“It’s great to win a tournament with my daughter (four-year-old Sofia) here because it’s the first time she has seen me win a final when she understands what’s going on.”

Gilbert said: “Mark was brilliant, I don’t think there were many players in the world that would have given him a game today. It shows the level you have to play at to win one of these things. He didn’t give me anything easy, his safety just killed me. It was a masterclass.

“I’m still miles away from being one of the better players in the world – I am decent but they are on a different planet and that showed today. I’ve had a great week, it’s brilliant to get to another final and I can take away positives. I’ve got to improve and get better if I want to win one a tournament.

“He does that to my all the time in practice. I have lost that many fivers to him, I can’t tell you. I really enjoy playing him, he’s a legend of the game.”

WPBSA report with links to the important ranking information

Selby Thrashes Gilbert In English Final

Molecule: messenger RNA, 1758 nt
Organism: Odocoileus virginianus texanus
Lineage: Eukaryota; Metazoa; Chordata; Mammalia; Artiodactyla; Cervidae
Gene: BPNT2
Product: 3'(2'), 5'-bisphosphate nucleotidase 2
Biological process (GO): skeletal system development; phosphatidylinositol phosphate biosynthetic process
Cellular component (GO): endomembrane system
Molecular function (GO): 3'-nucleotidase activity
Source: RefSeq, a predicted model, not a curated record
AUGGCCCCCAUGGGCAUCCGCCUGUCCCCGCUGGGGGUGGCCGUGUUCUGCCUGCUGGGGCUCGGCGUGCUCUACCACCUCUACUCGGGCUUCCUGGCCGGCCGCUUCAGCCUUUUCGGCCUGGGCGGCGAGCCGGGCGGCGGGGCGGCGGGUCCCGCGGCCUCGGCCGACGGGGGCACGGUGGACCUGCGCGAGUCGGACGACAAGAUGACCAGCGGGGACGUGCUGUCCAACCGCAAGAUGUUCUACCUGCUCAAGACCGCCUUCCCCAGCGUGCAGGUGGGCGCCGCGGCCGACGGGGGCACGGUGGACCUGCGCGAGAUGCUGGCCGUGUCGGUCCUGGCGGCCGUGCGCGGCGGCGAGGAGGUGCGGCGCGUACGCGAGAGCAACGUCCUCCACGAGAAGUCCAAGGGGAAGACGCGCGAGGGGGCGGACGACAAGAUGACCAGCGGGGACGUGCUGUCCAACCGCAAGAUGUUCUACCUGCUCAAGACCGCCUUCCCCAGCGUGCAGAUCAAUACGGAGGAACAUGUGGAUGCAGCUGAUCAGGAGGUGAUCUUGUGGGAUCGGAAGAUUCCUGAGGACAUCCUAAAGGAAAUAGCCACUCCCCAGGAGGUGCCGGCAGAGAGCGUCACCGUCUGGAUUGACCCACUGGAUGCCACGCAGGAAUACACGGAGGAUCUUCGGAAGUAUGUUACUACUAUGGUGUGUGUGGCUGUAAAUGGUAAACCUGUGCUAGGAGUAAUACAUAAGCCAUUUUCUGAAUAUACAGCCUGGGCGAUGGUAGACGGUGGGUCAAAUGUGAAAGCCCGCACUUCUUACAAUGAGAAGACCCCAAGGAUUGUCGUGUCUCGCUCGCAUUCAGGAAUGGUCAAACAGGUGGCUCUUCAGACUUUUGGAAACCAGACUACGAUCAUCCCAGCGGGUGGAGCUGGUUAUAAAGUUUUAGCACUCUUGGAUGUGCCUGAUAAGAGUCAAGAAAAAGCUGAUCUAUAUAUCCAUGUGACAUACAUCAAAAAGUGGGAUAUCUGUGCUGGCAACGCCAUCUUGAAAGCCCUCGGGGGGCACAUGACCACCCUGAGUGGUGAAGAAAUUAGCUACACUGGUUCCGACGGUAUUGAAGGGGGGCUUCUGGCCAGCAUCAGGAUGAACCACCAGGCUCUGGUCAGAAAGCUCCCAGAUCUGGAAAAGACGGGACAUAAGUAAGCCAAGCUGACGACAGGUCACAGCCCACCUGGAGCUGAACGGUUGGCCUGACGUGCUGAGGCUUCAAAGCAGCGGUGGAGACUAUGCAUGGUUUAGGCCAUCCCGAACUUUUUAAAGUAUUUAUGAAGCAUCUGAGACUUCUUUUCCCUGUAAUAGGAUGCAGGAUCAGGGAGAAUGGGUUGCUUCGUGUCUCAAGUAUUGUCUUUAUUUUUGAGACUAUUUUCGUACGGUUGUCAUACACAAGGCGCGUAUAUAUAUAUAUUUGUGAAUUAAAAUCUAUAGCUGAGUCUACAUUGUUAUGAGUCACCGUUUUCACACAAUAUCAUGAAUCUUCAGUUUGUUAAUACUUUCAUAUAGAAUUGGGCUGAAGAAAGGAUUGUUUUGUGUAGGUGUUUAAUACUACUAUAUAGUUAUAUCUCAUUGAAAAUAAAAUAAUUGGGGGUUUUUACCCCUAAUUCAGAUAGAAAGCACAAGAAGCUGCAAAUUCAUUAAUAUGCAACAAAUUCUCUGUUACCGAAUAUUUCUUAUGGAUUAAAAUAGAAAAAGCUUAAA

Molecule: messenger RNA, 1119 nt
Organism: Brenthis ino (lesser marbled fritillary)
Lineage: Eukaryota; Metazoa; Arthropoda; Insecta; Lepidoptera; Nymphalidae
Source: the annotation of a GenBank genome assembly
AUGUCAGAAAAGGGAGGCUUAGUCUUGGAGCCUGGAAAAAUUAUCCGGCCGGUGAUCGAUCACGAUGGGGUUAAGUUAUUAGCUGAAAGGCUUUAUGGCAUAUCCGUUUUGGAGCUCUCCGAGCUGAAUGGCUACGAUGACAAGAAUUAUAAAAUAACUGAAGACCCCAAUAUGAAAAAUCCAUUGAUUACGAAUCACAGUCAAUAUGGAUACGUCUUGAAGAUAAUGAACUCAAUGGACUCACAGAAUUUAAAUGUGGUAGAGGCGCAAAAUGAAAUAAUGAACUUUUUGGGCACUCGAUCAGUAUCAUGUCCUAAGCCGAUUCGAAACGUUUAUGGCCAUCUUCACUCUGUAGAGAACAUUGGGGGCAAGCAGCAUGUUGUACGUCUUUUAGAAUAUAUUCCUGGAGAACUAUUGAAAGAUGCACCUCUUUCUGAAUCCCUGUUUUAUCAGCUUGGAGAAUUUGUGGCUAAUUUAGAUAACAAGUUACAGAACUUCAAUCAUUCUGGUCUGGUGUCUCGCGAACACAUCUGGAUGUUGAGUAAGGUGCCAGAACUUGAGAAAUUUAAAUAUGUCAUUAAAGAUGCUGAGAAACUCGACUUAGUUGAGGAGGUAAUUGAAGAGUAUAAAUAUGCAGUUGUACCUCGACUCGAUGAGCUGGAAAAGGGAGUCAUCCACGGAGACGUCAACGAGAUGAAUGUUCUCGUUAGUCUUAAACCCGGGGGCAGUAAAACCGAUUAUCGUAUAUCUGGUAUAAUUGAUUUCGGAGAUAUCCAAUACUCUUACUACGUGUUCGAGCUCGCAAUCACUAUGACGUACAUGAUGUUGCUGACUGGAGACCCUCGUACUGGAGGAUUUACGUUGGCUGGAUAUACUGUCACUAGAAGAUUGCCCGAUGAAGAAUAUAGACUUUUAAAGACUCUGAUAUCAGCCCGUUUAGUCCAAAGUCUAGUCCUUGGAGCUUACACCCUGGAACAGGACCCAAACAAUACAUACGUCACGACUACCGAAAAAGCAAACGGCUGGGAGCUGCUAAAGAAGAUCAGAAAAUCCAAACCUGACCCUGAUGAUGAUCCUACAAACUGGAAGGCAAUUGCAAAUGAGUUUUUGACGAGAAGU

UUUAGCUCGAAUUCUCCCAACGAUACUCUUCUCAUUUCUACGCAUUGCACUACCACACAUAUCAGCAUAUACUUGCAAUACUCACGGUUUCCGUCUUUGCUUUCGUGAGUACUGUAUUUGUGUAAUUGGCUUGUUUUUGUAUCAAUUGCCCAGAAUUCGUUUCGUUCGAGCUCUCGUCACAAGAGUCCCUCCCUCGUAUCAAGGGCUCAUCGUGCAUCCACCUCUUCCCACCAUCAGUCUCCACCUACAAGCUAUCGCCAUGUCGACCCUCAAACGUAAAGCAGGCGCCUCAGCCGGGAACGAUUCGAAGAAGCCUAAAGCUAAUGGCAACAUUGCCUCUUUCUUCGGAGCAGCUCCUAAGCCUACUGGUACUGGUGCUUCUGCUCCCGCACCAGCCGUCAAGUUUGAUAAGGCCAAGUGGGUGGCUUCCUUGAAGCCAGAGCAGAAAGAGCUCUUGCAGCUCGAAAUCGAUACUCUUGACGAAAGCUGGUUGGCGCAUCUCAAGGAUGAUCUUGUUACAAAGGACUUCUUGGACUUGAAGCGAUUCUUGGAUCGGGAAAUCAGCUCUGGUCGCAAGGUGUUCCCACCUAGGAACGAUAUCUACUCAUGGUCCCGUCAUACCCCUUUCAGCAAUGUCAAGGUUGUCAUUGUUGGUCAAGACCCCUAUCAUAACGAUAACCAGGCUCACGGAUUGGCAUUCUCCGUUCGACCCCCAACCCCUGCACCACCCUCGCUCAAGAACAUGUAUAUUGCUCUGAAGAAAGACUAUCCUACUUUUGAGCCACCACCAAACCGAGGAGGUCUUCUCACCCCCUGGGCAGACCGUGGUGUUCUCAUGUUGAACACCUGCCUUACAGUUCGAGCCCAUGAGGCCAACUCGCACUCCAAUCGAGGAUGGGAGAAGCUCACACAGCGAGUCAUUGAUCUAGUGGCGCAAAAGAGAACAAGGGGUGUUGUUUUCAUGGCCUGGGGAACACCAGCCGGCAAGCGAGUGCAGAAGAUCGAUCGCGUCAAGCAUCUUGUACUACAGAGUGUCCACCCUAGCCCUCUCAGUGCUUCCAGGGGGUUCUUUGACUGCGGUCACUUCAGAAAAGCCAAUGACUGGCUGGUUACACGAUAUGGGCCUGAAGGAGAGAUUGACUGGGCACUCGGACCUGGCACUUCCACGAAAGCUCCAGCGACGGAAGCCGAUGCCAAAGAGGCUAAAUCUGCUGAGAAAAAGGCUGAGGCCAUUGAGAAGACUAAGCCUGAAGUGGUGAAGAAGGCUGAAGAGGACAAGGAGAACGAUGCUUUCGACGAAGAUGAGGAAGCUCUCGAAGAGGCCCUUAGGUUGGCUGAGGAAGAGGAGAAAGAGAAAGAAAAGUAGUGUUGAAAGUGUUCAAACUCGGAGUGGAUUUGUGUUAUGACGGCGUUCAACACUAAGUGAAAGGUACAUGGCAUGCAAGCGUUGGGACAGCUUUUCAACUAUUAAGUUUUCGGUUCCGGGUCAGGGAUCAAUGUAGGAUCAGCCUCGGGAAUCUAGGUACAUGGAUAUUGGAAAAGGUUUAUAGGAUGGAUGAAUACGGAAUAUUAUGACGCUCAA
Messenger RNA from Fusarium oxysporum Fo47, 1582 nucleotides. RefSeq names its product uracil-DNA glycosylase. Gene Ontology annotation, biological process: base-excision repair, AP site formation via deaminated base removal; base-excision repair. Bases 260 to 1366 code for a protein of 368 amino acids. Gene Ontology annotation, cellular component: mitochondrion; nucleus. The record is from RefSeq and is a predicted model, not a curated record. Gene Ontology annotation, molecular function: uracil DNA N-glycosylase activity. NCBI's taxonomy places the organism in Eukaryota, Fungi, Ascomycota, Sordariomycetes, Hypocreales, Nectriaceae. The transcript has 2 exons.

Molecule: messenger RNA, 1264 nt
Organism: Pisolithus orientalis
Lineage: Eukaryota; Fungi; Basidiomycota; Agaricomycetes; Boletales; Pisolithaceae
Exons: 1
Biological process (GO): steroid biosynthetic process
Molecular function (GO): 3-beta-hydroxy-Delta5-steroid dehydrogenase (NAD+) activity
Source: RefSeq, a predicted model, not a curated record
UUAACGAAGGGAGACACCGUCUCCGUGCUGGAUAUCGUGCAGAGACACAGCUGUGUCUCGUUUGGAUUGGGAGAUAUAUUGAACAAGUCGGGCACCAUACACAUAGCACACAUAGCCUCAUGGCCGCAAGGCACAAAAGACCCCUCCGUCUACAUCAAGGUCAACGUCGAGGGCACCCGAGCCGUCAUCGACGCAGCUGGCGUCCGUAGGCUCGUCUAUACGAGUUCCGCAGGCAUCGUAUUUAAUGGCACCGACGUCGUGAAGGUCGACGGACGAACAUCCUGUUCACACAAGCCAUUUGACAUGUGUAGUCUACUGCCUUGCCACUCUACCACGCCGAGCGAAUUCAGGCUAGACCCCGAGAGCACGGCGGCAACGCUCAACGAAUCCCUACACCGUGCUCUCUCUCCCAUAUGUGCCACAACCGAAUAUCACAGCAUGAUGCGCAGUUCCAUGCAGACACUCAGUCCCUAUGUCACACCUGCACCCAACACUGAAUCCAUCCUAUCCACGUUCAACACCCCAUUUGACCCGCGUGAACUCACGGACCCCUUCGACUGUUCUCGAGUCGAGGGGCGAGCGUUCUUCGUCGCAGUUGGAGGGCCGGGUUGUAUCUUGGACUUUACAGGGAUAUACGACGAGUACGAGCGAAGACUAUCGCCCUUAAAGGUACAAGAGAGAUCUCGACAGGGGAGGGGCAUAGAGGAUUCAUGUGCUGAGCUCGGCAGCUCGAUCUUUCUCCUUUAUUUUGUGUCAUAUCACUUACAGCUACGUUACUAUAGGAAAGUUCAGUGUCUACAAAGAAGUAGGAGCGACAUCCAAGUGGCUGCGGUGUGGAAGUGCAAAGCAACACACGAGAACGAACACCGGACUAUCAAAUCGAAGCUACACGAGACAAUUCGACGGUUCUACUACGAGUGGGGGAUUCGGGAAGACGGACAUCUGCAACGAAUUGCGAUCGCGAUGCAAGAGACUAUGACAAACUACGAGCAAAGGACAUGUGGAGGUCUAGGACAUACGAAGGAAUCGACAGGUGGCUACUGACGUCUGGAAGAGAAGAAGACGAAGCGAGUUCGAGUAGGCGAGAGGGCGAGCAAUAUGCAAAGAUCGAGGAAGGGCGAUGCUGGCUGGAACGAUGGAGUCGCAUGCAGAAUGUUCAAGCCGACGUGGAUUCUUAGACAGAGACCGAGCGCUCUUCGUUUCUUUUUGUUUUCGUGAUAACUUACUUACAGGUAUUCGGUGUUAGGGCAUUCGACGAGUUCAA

20th October 2019

Mark Selby won his 16th ranking title with an emphatic 9-1 victory over David Gilbert in the final of the 19.com English Open in Crawley.

Gilbert described his opponent’s performance as a “masterclass” as Selby missed just seven balls in the whole match.

Leicester’s Selby extended his superb recent record in ranking finals as he has now won 13 of his last 14, since the 2014 World Championship.

It’s his first Home Nations title since the series was launched in 2016, and he will head to next month’s 19.com Northern Ireland Open in Belfast as the only man who can win the unique £1 million bonus on offer for capturing all four trophies in the series.

The £70,000 top prize moves him one place up the world rankings to fourth. His total of 16 ranking titles brings him level with Neil Robertson, behind Ronnie O’Sullivan (36), Stephen Hendry (36), John Higgins (30), Steve Davis (28) and Mark Williams (22).

It’s his first ranking title since the 2018 China Championship, some 13 months ago, and first on UK soil since he landed his third World Championship crown in 2017.

Having monopolised the world number one position for 49 months, losing the top dog status was a blow to Selby in March this year. But he has bounced back strongly this season, reaching two semi-finals before this week’s triumph. His performance in today’s final was a reminder of his ability to control matches with superb break-building and near-flawless safety.

Gilbert has now lost all four of his ranking finals, albeit each of them against top class opponents; he was runner-up to John Higgins at the 2015 International Championship, to Mark Williams at the 2018 Yushan World Open, and to Kyren Wilson at the 2019 German Masters.